I am mid MA program and exploring social media, learning, technolgy and leadership. These will be the focus of my thesis, I hope. Currently I'm taking a course on Program Planning, part of the Learning and Technology program at Royal Roads University. I'm not doing my MA in Learning and Technology rather I'm doing an Interdisciplinary MA that includes learning and technology. That's the back story cos appearently context counts.
For the past few months my current cohort has been working primarily in teams, exploring various aspects of the program planning process through the lenses of program planning experts like Cafferella, Sork, Bates & Poole, etc. I of course am always looking for the exceptions. I have a slightly opposable mindset and tend to want to look at the "other" angles. Makes me a bit annoying to be around but it affords me a better, fuller view of whatever subject is being explored.
In search of other viewpoints, hoping they might support my own of course, I have been using Twitter to build arguements against the views of the planning experts. During this exploration I have noticed there is a process that I have engaged in. I have noticed this process after the fact perhaps in part due to my infatuation with Donald Schon's Refection in and on action models.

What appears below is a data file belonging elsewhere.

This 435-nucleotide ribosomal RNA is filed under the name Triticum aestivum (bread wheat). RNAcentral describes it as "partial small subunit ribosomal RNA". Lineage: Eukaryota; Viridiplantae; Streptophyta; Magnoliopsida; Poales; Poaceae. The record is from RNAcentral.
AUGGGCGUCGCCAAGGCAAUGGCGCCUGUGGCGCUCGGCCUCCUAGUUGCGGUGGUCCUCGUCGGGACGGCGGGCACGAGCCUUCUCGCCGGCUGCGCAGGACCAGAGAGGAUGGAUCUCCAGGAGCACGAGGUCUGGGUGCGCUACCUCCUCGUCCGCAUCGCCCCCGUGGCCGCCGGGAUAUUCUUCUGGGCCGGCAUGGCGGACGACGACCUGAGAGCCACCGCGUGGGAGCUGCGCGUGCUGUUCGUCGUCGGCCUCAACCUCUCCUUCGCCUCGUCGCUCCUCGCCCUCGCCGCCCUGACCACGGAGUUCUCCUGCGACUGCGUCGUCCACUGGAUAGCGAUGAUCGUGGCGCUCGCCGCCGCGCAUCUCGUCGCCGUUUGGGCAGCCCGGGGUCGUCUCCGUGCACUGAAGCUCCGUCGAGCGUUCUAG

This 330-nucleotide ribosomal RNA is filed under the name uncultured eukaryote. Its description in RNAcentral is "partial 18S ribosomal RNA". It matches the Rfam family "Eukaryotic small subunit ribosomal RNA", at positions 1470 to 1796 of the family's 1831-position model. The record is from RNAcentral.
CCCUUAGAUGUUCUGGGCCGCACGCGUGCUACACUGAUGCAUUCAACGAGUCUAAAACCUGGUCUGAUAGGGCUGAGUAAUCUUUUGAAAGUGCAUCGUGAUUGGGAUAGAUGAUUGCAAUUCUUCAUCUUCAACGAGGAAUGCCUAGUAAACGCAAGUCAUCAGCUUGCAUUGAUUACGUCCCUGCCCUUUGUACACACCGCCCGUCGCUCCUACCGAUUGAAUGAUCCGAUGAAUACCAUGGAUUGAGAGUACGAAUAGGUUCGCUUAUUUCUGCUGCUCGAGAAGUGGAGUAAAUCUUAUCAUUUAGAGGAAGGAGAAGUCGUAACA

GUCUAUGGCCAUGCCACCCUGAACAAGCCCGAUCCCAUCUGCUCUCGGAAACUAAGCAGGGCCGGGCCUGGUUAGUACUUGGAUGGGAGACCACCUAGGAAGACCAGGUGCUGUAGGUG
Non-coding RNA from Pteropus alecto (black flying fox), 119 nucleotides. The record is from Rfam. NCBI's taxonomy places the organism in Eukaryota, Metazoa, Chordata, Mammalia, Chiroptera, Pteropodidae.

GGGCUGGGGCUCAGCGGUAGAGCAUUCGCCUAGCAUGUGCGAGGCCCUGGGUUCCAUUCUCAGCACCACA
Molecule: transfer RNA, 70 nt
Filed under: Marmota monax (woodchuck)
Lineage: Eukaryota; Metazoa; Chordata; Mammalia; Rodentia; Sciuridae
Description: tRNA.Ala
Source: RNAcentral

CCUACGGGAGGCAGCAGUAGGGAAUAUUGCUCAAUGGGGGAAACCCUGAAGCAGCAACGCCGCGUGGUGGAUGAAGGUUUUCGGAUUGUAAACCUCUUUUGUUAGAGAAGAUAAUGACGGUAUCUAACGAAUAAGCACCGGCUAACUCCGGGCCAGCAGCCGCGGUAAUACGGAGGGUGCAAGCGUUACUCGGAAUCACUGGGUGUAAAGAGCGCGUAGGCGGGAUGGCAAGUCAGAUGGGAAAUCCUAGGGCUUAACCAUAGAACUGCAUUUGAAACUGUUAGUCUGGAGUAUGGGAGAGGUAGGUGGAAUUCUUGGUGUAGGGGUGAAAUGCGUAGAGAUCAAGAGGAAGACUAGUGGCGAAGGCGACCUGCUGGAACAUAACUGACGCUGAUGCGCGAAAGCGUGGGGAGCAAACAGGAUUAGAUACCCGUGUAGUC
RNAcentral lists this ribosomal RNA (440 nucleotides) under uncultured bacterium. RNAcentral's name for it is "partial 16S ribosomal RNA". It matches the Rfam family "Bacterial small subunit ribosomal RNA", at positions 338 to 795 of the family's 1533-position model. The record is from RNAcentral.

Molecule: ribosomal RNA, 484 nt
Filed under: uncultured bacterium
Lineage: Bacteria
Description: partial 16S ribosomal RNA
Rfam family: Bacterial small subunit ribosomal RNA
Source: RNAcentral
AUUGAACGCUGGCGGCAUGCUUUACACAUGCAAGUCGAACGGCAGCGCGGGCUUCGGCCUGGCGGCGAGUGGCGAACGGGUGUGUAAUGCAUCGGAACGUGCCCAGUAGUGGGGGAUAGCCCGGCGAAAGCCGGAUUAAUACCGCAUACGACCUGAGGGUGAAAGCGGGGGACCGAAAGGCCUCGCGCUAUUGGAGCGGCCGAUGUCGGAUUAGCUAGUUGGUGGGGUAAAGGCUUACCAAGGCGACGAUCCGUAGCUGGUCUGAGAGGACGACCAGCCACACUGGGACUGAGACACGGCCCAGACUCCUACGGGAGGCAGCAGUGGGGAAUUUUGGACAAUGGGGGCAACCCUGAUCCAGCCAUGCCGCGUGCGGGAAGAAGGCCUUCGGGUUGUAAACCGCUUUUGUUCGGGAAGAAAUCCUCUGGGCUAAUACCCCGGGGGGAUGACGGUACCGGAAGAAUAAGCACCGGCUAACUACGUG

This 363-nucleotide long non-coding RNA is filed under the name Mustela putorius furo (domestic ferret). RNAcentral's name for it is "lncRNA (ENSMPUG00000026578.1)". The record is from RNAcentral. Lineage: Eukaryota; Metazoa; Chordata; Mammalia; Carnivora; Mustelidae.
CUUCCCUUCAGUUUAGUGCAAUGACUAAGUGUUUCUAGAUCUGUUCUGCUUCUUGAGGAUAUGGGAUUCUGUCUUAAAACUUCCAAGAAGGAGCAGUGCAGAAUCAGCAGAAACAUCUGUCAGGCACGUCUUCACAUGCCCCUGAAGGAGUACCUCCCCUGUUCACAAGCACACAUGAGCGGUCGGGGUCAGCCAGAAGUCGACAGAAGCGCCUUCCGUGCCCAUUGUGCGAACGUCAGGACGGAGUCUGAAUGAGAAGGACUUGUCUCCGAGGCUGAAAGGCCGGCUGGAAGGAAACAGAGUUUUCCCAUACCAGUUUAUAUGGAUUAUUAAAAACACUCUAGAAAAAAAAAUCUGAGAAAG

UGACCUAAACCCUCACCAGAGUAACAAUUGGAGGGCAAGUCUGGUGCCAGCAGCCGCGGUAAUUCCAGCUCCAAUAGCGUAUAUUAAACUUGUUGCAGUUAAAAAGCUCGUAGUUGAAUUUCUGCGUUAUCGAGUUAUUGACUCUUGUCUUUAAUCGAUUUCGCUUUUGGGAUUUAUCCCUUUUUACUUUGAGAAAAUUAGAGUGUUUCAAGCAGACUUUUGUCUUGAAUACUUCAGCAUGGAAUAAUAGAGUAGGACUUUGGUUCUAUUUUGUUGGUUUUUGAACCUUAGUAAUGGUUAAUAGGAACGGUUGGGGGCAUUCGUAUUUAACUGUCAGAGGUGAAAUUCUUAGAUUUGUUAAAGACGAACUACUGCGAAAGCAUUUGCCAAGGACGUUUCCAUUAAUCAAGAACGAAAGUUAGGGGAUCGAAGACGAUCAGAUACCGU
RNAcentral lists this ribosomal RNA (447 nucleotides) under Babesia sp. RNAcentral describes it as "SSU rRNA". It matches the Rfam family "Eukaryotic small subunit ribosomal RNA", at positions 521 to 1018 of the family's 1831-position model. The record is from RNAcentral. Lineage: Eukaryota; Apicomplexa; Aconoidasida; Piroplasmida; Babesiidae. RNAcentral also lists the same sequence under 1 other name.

The process I have noticed is that I wait for an opportunity to ask key people questions in Twitter. It's kind of like bumping into someone in a hallway or having a moment of relatively free time with someone in an elevator. These are people I don't actually know but that I have been following on Twitter for some time. So aquaintances, not friends.
I have also noticed that before I ask them a question I generally do something to increase my level of social capital with them. For example I provided some information that Alec Couros was looking for regarding trust. He responded to my offering indicating that it had some value to him thus opening the door for me to ask him to return the favour. Social capital is built upon trust and reciprocity.
I did the same when asking Howard Rheingold some questions about his process of program planning. Although I didn't provide him with anything useful. I thanked him for posting a link to his del.icio.us tags about Twitter and Education. I hadn't intended to manipulate or use the compliment as a way to build social capital. I meant it earestly but when he responded to my genuine thank you tweet I went through that open door and proceeded to ask him for some information about his program planning process.
So, reflecting on these actions, it seems that I conform to social rules around building and using social capital in Twitterin the same way I would if interacting face to face. The difference of course is that I live many hundreds of miles for these folks and would likely not bump into them in a hallway lol